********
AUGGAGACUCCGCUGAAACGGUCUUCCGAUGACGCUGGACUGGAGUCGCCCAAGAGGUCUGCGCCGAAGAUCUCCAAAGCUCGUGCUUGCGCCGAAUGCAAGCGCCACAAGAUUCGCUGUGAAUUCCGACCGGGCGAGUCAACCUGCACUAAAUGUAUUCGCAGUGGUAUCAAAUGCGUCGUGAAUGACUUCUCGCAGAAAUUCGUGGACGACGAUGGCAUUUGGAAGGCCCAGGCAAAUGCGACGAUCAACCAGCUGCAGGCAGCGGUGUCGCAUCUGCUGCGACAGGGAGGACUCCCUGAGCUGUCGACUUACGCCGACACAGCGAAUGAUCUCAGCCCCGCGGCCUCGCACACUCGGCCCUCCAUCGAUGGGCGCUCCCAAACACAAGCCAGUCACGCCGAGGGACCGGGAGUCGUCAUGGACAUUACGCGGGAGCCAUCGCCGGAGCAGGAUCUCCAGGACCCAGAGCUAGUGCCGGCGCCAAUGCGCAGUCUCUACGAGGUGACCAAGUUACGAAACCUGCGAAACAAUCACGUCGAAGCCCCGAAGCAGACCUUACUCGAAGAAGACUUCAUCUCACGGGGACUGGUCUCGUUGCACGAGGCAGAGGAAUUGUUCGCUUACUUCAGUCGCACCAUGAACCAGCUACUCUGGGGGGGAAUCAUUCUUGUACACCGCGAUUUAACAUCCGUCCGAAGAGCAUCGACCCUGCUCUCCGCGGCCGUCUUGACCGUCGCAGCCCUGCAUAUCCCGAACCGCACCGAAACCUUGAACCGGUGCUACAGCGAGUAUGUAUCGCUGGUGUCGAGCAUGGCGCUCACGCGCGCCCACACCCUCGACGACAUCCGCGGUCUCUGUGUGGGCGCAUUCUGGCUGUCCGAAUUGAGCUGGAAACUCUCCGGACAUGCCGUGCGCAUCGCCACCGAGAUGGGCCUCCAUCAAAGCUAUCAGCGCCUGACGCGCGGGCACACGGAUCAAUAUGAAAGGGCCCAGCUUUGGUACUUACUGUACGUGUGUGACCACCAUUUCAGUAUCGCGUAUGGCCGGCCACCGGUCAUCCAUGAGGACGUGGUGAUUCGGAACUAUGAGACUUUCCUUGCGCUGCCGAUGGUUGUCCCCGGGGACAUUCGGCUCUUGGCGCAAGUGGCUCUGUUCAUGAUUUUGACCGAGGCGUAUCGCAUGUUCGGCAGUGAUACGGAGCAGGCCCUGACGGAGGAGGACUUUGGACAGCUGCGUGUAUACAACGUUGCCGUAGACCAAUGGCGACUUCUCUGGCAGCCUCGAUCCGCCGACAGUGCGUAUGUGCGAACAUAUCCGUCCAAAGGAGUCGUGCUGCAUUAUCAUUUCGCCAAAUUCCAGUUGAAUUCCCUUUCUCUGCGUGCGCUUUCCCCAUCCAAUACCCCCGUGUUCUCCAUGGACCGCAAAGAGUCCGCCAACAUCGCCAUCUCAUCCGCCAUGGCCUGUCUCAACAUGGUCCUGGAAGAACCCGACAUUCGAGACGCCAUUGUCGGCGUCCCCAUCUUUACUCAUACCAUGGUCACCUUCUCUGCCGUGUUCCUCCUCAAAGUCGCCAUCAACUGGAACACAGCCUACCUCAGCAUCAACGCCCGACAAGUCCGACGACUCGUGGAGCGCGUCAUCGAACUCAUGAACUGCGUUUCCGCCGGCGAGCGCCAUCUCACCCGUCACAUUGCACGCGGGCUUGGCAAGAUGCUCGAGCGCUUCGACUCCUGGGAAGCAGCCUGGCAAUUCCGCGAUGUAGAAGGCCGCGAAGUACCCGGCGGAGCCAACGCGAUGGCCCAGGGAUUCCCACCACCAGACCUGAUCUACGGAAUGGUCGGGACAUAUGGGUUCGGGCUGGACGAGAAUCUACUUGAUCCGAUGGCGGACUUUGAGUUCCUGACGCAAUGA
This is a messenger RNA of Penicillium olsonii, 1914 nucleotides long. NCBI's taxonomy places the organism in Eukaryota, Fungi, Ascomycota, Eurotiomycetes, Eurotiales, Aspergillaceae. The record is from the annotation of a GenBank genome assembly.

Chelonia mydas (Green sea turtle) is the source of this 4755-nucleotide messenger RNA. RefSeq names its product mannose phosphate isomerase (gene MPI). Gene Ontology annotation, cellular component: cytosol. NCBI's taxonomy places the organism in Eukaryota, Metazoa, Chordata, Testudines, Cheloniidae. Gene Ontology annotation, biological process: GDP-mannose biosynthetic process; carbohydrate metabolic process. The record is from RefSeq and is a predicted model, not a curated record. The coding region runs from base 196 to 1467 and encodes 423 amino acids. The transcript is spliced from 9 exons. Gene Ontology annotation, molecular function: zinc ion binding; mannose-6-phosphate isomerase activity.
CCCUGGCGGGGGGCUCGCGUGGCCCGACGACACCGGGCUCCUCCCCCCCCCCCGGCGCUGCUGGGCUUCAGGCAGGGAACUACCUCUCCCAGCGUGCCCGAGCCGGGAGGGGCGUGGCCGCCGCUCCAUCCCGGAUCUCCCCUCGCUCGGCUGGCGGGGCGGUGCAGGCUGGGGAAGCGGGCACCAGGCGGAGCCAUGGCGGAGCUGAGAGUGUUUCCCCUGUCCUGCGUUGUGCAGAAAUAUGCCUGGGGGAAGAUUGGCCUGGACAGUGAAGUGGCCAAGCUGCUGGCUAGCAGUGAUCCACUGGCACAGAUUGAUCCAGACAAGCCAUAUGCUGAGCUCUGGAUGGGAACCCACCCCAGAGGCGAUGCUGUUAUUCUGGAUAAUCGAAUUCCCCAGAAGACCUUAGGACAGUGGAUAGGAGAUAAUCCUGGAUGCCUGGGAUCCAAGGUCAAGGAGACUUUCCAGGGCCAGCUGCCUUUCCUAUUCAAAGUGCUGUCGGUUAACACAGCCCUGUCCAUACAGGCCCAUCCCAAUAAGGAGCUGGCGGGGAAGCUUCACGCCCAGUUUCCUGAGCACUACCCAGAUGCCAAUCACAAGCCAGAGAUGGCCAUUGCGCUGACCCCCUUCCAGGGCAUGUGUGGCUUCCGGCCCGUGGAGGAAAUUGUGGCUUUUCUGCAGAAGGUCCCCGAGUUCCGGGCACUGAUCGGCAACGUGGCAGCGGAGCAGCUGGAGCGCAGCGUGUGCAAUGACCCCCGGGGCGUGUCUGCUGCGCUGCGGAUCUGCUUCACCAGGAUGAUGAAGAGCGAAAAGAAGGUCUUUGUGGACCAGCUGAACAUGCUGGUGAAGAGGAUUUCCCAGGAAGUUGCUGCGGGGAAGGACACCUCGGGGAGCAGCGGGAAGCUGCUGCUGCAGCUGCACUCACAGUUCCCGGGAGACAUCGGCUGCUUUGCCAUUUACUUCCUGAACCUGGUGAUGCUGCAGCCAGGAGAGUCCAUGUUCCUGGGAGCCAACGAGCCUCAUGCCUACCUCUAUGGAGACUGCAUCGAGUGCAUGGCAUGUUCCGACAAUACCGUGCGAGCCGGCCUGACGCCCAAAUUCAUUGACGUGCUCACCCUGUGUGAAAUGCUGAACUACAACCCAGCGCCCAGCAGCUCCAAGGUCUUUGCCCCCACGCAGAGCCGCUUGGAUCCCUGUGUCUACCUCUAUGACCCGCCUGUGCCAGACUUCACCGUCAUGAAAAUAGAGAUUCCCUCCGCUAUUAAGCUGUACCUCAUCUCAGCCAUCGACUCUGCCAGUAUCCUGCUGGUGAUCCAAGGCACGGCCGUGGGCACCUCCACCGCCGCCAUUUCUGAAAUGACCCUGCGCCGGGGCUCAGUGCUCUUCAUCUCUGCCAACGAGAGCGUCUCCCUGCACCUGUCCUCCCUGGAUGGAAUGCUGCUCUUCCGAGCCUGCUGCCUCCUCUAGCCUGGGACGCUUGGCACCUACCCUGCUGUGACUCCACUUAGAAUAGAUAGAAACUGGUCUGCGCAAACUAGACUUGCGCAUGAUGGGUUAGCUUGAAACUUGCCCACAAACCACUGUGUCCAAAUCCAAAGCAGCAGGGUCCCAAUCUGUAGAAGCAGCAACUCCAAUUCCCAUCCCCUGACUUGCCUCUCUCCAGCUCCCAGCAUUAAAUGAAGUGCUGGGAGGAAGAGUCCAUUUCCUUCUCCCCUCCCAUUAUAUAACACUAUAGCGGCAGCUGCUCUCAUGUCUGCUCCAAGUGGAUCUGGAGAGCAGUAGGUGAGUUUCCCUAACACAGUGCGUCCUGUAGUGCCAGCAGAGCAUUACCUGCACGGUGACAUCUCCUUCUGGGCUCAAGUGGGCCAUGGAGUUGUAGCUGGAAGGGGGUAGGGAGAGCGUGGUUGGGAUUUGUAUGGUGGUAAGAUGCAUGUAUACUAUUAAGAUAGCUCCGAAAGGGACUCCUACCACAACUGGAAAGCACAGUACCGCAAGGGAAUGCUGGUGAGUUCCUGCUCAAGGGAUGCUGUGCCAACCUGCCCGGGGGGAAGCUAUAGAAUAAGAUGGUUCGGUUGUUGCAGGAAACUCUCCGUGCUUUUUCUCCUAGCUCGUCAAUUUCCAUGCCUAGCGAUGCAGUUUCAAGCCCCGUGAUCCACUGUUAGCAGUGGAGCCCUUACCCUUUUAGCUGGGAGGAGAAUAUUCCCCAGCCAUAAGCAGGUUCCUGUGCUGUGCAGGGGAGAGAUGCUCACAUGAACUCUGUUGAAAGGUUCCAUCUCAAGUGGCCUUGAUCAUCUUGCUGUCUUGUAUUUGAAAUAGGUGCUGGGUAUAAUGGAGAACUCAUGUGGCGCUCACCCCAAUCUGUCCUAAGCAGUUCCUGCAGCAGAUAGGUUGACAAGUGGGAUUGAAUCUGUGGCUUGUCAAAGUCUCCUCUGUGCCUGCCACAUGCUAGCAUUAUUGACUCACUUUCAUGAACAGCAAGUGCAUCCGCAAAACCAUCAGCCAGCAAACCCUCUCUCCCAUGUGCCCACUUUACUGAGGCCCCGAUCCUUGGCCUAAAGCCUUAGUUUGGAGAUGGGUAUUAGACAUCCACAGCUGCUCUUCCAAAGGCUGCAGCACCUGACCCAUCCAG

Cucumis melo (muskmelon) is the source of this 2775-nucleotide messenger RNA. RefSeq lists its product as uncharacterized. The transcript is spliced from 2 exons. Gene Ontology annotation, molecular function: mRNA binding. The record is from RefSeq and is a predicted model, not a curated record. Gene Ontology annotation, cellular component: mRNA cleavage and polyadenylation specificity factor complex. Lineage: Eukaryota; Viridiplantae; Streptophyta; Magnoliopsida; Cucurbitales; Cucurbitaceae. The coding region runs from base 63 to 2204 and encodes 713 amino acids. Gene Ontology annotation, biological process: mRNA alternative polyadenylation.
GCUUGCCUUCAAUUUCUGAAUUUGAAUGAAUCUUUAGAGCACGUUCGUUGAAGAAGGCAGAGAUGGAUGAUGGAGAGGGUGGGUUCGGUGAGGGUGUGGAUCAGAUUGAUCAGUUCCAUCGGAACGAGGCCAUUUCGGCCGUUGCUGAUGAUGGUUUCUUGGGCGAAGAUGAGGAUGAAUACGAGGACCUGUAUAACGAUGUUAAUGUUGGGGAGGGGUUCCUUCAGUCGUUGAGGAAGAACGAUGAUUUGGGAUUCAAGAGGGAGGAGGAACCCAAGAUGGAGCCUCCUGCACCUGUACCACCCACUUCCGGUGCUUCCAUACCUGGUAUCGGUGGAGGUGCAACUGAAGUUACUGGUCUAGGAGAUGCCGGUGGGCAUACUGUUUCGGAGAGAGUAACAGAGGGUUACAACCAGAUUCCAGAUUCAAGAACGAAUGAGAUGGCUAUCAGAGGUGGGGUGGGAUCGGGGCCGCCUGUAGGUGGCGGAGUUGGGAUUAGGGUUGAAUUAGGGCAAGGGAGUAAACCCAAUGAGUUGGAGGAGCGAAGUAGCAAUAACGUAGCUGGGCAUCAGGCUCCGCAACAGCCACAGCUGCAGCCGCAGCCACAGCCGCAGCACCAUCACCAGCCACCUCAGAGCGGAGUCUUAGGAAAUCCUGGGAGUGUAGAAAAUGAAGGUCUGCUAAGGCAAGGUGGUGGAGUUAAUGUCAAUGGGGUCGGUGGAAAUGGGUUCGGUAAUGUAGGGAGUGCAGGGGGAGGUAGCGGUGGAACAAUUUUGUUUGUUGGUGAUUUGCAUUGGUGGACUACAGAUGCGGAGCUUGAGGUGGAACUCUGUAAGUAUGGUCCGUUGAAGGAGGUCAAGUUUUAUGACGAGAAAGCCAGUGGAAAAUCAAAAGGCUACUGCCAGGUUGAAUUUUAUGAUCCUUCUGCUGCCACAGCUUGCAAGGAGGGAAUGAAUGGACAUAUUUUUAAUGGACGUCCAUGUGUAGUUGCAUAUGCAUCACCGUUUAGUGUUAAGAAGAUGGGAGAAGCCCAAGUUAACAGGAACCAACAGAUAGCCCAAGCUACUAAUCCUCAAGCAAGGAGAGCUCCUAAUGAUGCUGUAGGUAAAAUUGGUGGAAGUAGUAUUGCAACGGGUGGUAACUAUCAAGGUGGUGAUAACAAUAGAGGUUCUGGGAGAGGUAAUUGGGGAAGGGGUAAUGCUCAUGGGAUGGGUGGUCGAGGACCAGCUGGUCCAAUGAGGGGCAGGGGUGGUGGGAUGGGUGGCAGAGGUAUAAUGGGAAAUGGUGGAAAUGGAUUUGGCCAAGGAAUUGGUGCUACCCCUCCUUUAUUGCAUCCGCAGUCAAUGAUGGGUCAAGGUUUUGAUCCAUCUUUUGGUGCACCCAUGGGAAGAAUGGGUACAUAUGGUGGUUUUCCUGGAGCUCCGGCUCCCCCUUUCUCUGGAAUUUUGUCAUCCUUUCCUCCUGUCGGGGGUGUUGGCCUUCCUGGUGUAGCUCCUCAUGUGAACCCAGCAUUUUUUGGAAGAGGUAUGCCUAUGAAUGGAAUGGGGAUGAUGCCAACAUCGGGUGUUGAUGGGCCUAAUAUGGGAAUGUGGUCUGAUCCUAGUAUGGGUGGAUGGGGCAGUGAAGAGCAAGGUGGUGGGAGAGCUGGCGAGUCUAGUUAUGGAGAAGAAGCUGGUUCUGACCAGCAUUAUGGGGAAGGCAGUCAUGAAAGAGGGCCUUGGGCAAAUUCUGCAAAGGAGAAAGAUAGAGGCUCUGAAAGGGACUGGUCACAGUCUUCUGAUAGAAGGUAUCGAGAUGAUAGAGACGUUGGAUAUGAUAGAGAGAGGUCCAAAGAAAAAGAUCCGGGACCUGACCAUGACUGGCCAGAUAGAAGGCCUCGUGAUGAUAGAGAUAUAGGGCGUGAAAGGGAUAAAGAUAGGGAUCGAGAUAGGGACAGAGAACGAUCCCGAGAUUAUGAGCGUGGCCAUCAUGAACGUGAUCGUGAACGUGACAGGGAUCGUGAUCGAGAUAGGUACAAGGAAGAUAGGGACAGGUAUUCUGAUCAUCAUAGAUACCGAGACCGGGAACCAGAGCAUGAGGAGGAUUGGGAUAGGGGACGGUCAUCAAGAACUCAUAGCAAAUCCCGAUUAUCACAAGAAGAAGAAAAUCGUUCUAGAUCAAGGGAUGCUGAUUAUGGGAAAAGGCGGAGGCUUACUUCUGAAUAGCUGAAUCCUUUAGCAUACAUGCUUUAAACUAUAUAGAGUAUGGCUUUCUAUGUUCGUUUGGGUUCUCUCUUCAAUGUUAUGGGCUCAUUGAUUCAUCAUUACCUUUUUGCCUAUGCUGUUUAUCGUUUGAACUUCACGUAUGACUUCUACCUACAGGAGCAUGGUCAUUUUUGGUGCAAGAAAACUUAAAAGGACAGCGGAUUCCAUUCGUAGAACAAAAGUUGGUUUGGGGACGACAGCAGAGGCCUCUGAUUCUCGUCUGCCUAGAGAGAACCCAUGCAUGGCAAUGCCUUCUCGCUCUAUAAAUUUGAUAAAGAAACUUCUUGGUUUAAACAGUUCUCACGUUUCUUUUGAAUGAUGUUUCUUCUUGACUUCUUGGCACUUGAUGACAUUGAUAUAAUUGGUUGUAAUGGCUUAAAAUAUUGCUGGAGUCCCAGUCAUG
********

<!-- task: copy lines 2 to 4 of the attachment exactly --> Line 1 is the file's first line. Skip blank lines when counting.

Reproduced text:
This is a messenger RNA of Penicillium olsonii, 1914 nucleotides long. NCBI's taxonomy places the organism in Eukaryota, Fungi, Ascomycota, Eurotiomycetes, Eurotiales, Aspergillaceae. The record is from the annotation of a GenBank genome assembly.

Chelonia mydas (Green sea turtle) is the source of this 4755-nucleotide messenger RNA. RefSeq names its product mannose phosphate isomerase (gene MPI). Gene Ontology annotation, cellular component: cytosol. NCBI's taxonomy places the organism in Eukaryota, Metazoa, Chordata, Testudines, Cheloniidae. Gene Ontology annotation, biological process: GDP-mannose biosynthetic process; carbohydrate metabolic process. The record is from RefSeq and is a predicted model, not a curated record. The coding region runs from base 196 to 1467 and encodes 423 amino acids. The transcript is spliced from 9 exons. Gene Ontology annotation, molecular function: zinc ion binding; mannose-6-phosphate isomerase activity.
CCCUGGCGGGGGGCUCGCGUGGCCCGACGACACCGGGCUCCUCCCCCCCCCCCGGCGCUGCUGGGCUUCAGGCAGGGAACUACCUCUCCCAGCGUGCCCGAGCCGGGAGGGGCGUGGCCGCCGCUCCAUCCCGGAUCUCCCCUCGCUCGGCUGGCGGGGCGGUGCAGGCUGGGGAAGCGGGCACCAGGCGGAGCCAUGGCGGAGCUGAGAGUGUUUCCCCUGUCCUGCGUUGUGCAGAAAUAUGCCUGGGGGAAGAUUGGCCUGGACAGUGAAGUGGCCAAGCUGCUGGCUAGCAGUGAUCCACUGGCACAGAUUGAUCCAGACAAGCCAUAUGCUGAGCUCUGGAUGGGAACCCACCCCAGAGGCGAUGCUGUUAUUCUGGAUAAUCGAAUUCCCCAGAAGACCUUAGGACAGUGGAUAGGAGAUAAUCCUGGAUGCCUGGGAUCCAAGGUCAAGGAGACUUUCCAGGGCCAGCUGCCUUUCCUAUUCAAAGUGCUGUCGGUUAACACAGCCCUGUCCAUACAGGCCCAUCCCAAUAAGGAGCUGGCGGGGAAGCUUCACGCCCAGUUUCCUGAGCACUACCCAGAUGCCAAUCACAAGCCAGAGAUGGCCAUUGCGCUGACCCCCUUCCAGGGCAUGUGUGGCUUCCGGCCCGUGGAGGAAAUUGUGGCUUUUCUGCAGAAGGUCCCCGAGUUCCGGGCACUGAUCGGCAACGUGGCAGCGGAGCAGCUGGAGCGCAGCGUGUGCAAUGACCCCCGGGGCGUGUCUGCUGCGCUGCGGAUCUGCUUCACCAGGAUGAUGAAGAGCGAAAAGAAGGUCUUUGUGGACCAGCUGAACAUGCUGGUGAAGAGGAUUUCCCAGGAAGUUGCUGCGGGGAAGGACACCUCGGGGAGCAGCGGGAAGCUGCUGCUGCAGCUGCACUCACAGUUCCCGGGAGACAUCGGCUGCUUUGCCAUUUACUUCCUGAACCUGGUGAUGCUGCAGCCAGGAGAGUCCAUGUUCCUGGGAGCCAACGAGCCUCAUGCCUACCUCUAUGGAGACUGCAUCGAGUGCAUGGCAUGUUCCGACAAUACCGUGCGAGCCGGCCUGACGCCCAAAUUCAUUGACGUGCUCACCCUGUGUGAAAUGCUGAACUACAACCCAGCGCCCAGCAGCUCCAAGGUCUUUGCCCCCACGCAGAGCCGCUUGGAUCCCUGUGUCUACCUCUAUGACCCGCCUGUGCCAGACUUCACCGUCAUGAAAAUAGAGAUUCCCUCCGCUAUUAAGCUGUACCUCAUCUCAGCCAUCGACUCUGCCAGUAUCCUGCUGGUGAUCCAAGGCACGGCCGUGGGCACCUCCACCGCCGCCAUUUCUGAAAUGACCCUGCGCCGGGGCUCAGUGCUCUUCAUCUCUGCCAACGAGAGCGUCUCCCUGCACCUGUCCUCCCUGGAUGGAAUGCUGCUCUUCCGAGCCUGCUGCCUCCUCUAGCCUGGGACGCUUGGCACCUACCCUGCUGUGACUCCACUUAGAAUAGAUAGAAACUGGUCUGCGCAAACUAGACUUGCGCAUGAUGGGUUAGCUUGAAACUUGCCCACAAACCACUGUGUCCAAAUCCAAAGCAGCAGGGUCCCAAUCUGUAGAAGCAGCAACUCCAAUUCCCAUCCCCUGACUUGCCUCUCUCCAGCUCCCAGCAUUAAAUGAAGUGCUGGGAGGAAGAGUCCAUUUCCUUCUCCCCUCCCAUUAUAUAACACUAUAGCGGCAGCUGCUCUCAUGUCUGCUCCAAGUGGAUCUGGAGAGCAGUAGGUGAGUUUCCCUAACACAGUGCGUCCUGUAGUGCCAGCAGAGCAUUACCUGCACGGUGACAUCUCCUUCUGGGCUCAAGUGGGCCAUGGAGUUGUAGCUGGAAGGGGGUAGGGAGAGCGUGGUUGGGAUUUGUAUGGUGGUAAGAUGCAUGUAUACUAUUAAGAUAGCUCCGAAAGGGACUCCUACCACAACUGGAAAGCACAGUACCGCAAGGGAAUGCUGGUGAGUUCCUGCUCAAGGGAUGCUGUGCCAACCUGCCCGGGGGGAAGCUAUAGAAUAAGAUGGUUCGGUUGUUGCAGGAAACUCUCCGUGCUUUUUCUCCUAGCUCGUCAAUUUCCAUGCCUAGCGAUGCAGUUUCAAGCCCCGUGAUCCACUGUUAGCAGUGGAGCCCUUACCCUUUUAGCUGGGAGGAGAAUAUUCCCCAGCCAUAAGCAGGUUCCUGUGCUGUGCAGGGGAGAGAUGCUCACAUGAACUCUGUUGAAAGGUUCCAUCUCAAGUGGCCUUGAUCAUCUUGCUGUCUUGUAUUUGAAAUAGGUGCUGGGUAUAAUGGAGAACUCAUGUGGCGCUCACCCCAAUCUGUCCUAAGCAGUUCCUGCAGCAGAUAGGUUGACAAGUGGGAUUGAAUCUGUGGCUUGUCAAAGUCUCCUCUGUGCCUGCCACAUGCUAGCAUUAUUGACUCACUUUCAUGAACAGCAAGUGCAUCCGCAAAACCAUCAGCCAGCAAACCCUCUCUCCCAUGUGCCCACUUUACUGAGGCCCCGAUCCUUGGCCUAAAGCCUUAGUUUGGAGAUGGGUAUUAGACAUCCACAGCUGCUCUUCCAAAGGCUGCAGCACCUGACCCAUCCAG